With 30-bit workflow you can’t actually visually see that many gray value distinctions on a display nor can you address them individually in Photoshop. So it’s a workflow rather than a procedure. On Windows which supports 10 bits per channel it is possible to buy a display and run it at 30bits if the display and your video board have 10 bits per channel output. But, from Photoshop perspective you have only 256 gray levels if your originating file is 8 bit and still have only 256 gray levels that you can [B]edit within the Photoshop toolset[/B] - even though a 16 bit originating file has 65,535 levels. While the image file has them - you can only use tools that edit 256 Luminosity values. [B]Hope that makes sense[/B].
So what you are really asking is the value of using an 8 bit or 16 bit workflow using a display that has 30 bits.
A 30 bit display and its calibration is part of an investment - and is probably way overkill - especially if the display is designed for 4K or Video. You would be better served investing in a hardware capable calibrator display such as a NEC PA series or an Eizo CG series where the calibration is to the display rather than through software to your video board.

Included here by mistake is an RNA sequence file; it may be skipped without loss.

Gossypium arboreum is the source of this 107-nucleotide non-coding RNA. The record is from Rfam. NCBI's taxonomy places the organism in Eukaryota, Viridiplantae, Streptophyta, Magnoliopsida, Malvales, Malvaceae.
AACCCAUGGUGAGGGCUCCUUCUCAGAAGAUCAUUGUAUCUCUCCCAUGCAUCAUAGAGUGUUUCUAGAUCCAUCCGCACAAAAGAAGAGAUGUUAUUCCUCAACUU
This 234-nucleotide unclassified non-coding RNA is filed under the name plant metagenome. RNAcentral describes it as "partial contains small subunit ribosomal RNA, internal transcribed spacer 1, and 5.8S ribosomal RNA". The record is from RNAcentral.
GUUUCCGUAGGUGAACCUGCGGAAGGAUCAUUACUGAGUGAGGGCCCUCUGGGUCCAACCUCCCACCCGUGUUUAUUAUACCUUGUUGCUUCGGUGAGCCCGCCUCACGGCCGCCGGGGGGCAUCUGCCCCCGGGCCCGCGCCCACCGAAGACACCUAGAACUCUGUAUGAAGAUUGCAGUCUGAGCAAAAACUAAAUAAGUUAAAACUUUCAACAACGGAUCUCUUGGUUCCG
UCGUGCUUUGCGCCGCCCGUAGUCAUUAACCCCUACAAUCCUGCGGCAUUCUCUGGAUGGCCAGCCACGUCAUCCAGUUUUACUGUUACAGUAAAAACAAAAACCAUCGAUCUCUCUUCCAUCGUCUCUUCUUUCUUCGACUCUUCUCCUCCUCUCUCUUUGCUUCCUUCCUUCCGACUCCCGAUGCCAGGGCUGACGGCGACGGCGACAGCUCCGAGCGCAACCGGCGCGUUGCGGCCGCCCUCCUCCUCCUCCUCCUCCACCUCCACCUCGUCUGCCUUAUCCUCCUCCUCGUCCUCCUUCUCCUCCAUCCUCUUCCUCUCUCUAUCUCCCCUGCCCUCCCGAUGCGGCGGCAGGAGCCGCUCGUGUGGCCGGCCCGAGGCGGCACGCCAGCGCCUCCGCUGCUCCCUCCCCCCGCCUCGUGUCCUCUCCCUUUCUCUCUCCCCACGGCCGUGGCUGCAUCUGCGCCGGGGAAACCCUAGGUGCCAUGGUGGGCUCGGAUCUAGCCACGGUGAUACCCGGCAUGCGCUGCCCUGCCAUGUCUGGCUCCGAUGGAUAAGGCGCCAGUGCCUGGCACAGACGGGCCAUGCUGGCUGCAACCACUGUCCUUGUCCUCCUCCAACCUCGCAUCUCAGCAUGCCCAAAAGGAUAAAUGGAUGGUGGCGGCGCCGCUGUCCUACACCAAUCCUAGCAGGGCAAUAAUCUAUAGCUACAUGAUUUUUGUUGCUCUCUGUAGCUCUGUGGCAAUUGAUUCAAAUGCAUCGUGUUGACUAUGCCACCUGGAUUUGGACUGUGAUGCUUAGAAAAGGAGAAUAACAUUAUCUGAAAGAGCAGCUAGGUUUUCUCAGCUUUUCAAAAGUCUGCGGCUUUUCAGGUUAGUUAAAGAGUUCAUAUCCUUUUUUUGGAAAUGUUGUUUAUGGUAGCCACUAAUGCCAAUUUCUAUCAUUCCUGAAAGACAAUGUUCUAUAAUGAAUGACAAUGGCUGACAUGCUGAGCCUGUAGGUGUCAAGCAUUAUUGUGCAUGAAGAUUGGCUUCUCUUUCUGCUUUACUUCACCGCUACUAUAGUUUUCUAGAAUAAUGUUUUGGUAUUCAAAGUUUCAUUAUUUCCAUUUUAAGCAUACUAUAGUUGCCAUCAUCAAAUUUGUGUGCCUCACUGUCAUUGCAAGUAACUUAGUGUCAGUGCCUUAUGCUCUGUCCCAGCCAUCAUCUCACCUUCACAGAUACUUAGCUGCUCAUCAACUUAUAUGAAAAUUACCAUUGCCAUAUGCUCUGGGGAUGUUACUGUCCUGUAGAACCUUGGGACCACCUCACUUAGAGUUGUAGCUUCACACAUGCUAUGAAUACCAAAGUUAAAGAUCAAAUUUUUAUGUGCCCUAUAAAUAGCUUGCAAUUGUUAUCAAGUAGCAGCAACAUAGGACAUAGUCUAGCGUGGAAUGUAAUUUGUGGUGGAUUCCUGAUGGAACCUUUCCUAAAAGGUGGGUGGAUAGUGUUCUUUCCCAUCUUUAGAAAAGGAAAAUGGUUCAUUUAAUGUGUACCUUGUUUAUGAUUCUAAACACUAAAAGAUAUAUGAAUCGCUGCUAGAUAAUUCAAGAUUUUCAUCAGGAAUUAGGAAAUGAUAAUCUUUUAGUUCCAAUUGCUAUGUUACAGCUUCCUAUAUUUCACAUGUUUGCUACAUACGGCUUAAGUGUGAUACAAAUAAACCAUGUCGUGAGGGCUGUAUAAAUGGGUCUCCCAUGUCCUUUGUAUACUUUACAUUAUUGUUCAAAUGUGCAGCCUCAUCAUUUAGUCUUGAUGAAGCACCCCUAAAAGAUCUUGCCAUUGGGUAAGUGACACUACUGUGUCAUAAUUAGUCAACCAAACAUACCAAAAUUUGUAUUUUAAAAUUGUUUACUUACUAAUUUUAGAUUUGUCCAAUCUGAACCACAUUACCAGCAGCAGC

If it is not a hardware capable display - then calibration actually cuts down the video output of your video board and that should be avoided. You CAN NOT use Spyder or Munki or EyeOne software to calibrate a hardware capable display. Those packages only calibrate video boards and necessarily therefore - cut down on the fidelity and output. The PA and CG connect the display to the computer and their own software actually calibrates the 10-14bit video engine internal to those special class of displays. I just bought two additional 30" NEC PA301 displays at $749 each refurbished. A killer deal… They appear ever so often for resale from about $1100 or lower. They retail near $2,700. The 27" and 24" appear refurbished more frequently for sub $500. Run away from a new Retina display. Too bright. You need a display that can be calibrated to spec at a very dim output so that it matches “paper”.